The three essentials of customer experience excellence

Imagine… that you have achieved consistently excellent customer experiences.

  • You will get repeat business.
  • You will get positive word-of-mouth.
  • You will be able to focus on what you get up for in the morning: helping clients
  • Your staff will be satisfied and productive – and staff turnover will be low.
  • Your business will be profitable and flourish.
  • You will be able to invest further in improving your customer experience.

You will have created a virtuous circle.

Here are the three essentials you need to get right.

The core is creating value for your client

This is not just about the value tied to your services such as legal advice, financial advice, a memorable holiday experience. But rather what is most valuable for your client in their life? Is it their time? Is it convenience? Peace of mind? Relationships with their family?

To get an insight into what your client values most, you need to be skilled at taking their perspective. Making time and space to ask your client about their needs, expectations and priorities. What is important to them? Listen for what is said and what is not explicitly articulated. What is under the surface? Check with your client what you’re hearing and picking up. Assumptions are dangerous. Keep an open mind and be ready to be challenged on what you’ve always believed to be true. It’s an exciting and valuable experience.

Perspective taking requires some effort and practice but it is a core skill to deliver excellent client experiences. It’s the foundation on which you build.

Emotions are an integral part of the client’s experience

When we have experienced something, we remember how we felt. And the more intense the emotion, the more likely we are to remember the experience. Unfortunately negative emotions tend to be more intense and linger. Customer loyalty on the other hand is based on emotional attachment. So when we design a service or product we need to think about the emotions the client is likely to experience – throughout the client journey.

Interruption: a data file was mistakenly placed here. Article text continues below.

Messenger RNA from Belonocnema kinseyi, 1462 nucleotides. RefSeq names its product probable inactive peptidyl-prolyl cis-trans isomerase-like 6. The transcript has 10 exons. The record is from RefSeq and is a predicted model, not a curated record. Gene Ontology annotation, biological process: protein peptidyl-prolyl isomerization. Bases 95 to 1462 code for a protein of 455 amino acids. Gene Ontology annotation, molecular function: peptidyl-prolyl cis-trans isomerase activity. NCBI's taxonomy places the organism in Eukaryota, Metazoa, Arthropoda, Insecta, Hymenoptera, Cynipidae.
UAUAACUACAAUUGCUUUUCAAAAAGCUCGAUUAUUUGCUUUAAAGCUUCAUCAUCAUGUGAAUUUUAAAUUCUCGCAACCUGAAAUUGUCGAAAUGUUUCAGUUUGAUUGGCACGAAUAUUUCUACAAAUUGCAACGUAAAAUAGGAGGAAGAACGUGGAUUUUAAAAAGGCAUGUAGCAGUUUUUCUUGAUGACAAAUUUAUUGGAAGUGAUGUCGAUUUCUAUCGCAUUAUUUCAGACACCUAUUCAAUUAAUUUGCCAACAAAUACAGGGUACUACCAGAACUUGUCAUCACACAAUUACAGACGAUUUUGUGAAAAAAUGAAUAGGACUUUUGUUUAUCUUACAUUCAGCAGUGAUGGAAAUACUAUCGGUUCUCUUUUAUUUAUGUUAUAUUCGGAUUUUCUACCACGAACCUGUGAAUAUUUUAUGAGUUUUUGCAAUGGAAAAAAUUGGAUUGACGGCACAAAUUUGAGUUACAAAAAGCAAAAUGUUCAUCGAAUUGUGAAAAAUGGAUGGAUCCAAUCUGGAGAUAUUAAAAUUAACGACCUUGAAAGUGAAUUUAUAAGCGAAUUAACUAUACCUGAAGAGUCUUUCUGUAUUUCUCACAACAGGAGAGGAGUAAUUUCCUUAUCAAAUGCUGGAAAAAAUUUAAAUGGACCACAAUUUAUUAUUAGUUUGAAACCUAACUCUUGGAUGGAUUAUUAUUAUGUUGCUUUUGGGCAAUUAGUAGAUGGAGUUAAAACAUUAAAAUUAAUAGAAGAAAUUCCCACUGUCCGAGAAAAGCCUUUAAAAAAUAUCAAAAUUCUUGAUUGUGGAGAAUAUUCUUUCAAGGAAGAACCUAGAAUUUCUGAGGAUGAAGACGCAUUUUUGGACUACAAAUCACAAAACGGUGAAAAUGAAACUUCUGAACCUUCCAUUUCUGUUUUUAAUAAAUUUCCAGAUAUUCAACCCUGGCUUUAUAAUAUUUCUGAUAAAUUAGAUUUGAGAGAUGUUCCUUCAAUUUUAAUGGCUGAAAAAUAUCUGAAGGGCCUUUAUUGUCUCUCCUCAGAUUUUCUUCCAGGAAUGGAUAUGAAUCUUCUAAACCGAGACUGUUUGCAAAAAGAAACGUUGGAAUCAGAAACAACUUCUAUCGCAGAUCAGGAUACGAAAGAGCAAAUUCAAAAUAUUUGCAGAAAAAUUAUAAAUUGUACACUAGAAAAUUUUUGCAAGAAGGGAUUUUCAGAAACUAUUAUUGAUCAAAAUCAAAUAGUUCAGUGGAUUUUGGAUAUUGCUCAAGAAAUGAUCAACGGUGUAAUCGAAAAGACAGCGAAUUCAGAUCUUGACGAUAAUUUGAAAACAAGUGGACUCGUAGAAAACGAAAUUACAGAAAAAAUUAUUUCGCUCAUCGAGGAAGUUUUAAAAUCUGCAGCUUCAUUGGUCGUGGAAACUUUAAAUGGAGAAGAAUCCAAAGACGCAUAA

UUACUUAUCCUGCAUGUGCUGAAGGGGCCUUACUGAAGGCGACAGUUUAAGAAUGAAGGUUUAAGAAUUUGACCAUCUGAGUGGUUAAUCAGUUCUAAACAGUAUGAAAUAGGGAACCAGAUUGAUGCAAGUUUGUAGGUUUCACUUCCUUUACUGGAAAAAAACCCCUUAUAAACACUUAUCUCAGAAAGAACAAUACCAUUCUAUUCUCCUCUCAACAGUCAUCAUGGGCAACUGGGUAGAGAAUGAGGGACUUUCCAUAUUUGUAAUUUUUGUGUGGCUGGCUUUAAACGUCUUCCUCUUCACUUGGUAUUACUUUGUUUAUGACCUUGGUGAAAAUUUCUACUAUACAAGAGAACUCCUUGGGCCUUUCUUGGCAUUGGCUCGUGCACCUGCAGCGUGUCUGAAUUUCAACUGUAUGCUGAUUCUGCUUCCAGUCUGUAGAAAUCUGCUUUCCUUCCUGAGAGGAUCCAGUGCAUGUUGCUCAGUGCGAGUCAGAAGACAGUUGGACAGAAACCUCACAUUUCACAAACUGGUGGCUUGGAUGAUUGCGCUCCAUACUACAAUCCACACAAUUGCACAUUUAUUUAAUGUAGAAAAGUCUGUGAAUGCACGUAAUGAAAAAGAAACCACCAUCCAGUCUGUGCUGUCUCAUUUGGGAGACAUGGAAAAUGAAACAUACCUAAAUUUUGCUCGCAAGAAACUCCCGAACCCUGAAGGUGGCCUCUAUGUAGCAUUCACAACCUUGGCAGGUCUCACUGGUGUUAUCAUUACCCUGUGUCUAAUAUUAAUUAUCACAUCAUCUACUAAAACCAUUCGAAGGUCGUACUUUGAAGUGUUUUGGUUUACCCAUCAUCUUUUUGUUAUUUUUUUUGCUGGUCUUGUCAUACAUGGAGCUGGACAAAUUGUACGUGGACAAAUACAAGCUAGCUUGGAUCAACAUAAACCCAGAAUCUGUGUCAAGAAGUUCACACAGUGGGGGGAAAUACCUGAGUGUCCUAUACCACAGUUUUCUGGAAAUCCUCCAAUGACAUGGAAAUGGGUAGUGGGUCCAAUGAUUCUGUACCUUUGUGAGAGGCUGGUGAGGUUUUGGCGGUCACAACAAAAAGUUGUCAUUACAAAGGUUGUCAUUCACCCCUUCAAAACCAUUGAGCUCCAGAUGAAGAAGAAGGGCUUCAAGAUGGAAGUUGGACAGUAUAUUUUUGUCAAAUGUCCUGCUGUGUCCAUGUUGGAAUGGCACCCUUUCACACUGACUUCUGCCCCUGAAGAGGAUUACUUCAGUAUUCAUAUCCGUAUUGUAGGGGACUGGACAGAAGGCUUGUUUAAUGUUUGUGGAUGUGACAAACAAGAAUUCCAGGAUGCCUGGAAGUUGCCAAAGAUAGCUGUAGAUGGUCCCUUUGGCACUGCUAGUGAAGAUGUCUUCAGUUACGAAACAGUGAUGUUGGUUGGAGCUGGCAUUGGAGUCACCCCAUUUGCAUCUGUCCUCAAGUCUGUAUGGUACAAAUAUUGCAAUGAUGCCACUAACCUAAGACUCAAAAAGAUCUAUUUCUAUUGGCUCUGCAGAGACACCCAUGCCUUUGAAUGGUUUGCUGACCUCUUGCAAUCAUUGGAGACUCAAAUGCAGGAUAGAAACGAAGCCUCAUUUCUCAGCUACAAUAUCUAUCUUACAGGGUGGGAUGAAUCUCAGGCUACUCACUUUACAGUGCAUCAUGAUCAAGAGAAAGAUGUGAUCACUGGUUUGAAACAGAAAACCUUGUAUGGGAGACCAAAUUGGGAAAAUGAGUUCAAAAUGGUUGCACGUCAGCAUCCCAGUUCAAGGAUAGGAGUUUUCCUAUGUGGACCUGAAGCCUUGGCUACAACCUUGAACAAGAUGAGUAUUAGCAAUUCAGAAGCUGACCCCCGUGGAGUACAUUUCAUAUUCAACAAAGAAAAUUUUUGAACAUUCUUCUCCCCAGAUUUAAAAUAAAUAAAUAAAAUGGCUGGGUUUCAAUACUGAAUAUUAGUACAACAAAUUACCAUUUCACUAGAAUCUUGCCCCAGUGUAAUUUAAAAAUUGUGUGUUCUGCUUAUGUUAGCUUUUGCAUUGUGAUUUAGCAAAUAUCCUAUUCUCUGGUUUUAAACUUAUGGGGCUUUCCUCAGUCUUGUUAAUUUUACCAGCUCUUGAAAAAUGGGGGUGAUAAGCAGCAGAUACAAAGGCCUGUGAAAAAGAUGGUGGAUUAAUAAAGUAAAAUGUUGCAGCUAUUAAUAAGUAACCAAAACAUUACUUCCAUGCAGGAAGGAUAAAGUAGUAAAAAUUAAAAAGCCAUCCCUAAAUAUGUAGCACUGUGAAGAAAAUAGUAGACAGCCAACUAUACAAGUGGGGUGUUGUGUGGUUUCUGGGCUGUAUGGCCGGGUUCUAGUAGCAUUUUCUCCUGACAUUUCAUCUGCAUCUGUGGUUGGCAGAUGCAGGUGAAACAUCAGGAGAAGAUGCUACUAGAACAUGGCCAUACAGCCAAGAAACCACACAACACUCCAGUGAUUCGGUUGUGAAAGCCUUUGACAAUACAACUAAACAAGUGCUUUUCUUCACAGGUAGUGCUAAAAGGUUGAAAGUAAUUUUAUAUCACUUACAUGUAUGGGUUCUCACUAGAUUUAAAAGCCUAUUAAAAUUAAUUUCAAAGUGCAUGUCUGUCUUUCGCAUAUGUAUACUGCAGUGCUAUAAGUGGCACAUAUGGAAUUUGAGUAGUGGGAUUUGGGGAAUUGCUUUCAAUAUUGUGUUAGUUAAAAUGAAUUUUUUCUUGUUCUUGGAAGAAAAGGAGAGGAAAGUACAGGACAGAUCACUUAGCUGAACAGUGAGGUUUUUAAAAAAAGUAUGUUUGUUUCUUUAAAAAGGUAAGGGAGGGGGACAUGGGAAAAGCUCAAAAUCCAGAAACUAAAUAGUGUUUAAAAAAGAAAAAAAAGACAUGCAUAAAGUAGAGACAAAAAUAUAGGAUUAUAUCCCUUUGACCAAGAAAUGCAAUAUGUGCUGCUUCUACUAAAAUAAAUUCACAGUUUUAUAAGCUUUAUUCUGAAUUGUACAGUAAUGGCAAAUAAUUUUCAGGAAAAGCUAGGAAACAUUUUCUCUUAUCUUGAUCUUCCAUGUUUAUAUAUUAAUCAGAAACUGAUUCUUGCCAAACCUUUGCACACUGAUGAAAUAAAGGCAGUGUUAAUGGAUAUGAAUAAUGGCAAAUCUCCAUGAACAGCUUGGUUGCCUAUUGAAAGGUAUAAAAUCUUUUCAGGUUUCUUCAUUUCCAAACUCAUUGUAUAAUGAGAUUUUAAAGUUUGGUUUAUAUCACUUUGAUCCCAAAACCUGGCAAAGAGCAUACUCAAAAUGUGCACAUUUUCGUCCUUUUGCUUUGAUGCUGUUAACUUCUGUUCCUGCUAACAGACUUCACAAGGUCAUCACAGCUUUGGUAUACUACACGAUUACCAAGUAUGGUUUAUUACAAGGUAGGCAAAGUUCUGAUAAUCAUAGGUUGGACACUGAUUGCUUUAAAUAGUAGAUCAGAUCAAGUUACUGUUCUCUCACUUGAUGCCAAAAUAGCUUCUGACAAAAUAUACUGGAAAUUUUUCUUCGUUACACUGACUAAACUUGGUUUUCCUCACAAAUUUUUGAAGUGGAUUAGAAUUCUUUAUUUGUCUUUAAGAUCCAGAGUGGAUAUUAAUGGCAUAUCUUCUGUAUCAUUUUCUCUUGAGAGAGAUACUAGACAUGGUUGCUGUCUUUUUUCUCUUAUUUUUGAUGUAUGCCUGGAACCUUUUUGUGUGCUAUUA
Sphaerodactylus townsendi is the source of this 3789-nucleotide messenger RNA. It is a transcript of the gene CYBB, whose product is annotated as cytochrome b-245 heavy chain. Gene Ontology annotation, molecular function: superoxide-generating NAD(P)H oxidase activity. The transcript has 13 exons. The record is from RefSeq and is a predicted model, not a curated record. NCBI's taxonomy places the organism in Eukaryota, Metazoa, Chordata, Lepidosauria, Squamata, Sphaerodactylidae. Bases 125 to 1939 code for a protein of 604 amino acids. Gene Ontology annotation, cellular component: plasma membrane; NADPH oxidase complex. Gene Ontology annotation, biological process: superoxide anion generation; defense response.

Especially in high-touch services you have an opportunity to listen to and acknowledge your client’s emotions. Show empathy. It shows you care. Often people are keen to share their story, a slice of their life. Listening is powerful.

If you understand what is most valuable to your client, you are more likely to be attuned to the emotions they are experiencing and to tailor the client experience accordingly.

Your client experience is only as good as the weakest link

The different parts of the client experience form a chain. And every aspect of the experience counts. And every team counts and every person counts, those working front of house and those backstage. The total experience is only as strong as the weakest link.

Map out the client journey, from enquiry to follow-up. Are there any weak points? Highlight every team’s and every employee’s role in the client’s experience. Which teams don’t appreciate the role they have to play? Where are the weak points? Make sure that everyone is aware of how they contribute – directly or indirectly – to the client experience. And last but not least, make sure you value everyone’s role.

What two actions will you be taking this week to create excellent customer experiences, every time?

Did you like this blog post? Check out my book “The Most Rewarding Way to Improve Profitability — How to create excellent customer experiences”. Feel free to drop me a line to share your thoughts — {catherine} at {}.

Photo by Karl Abuid on unsplash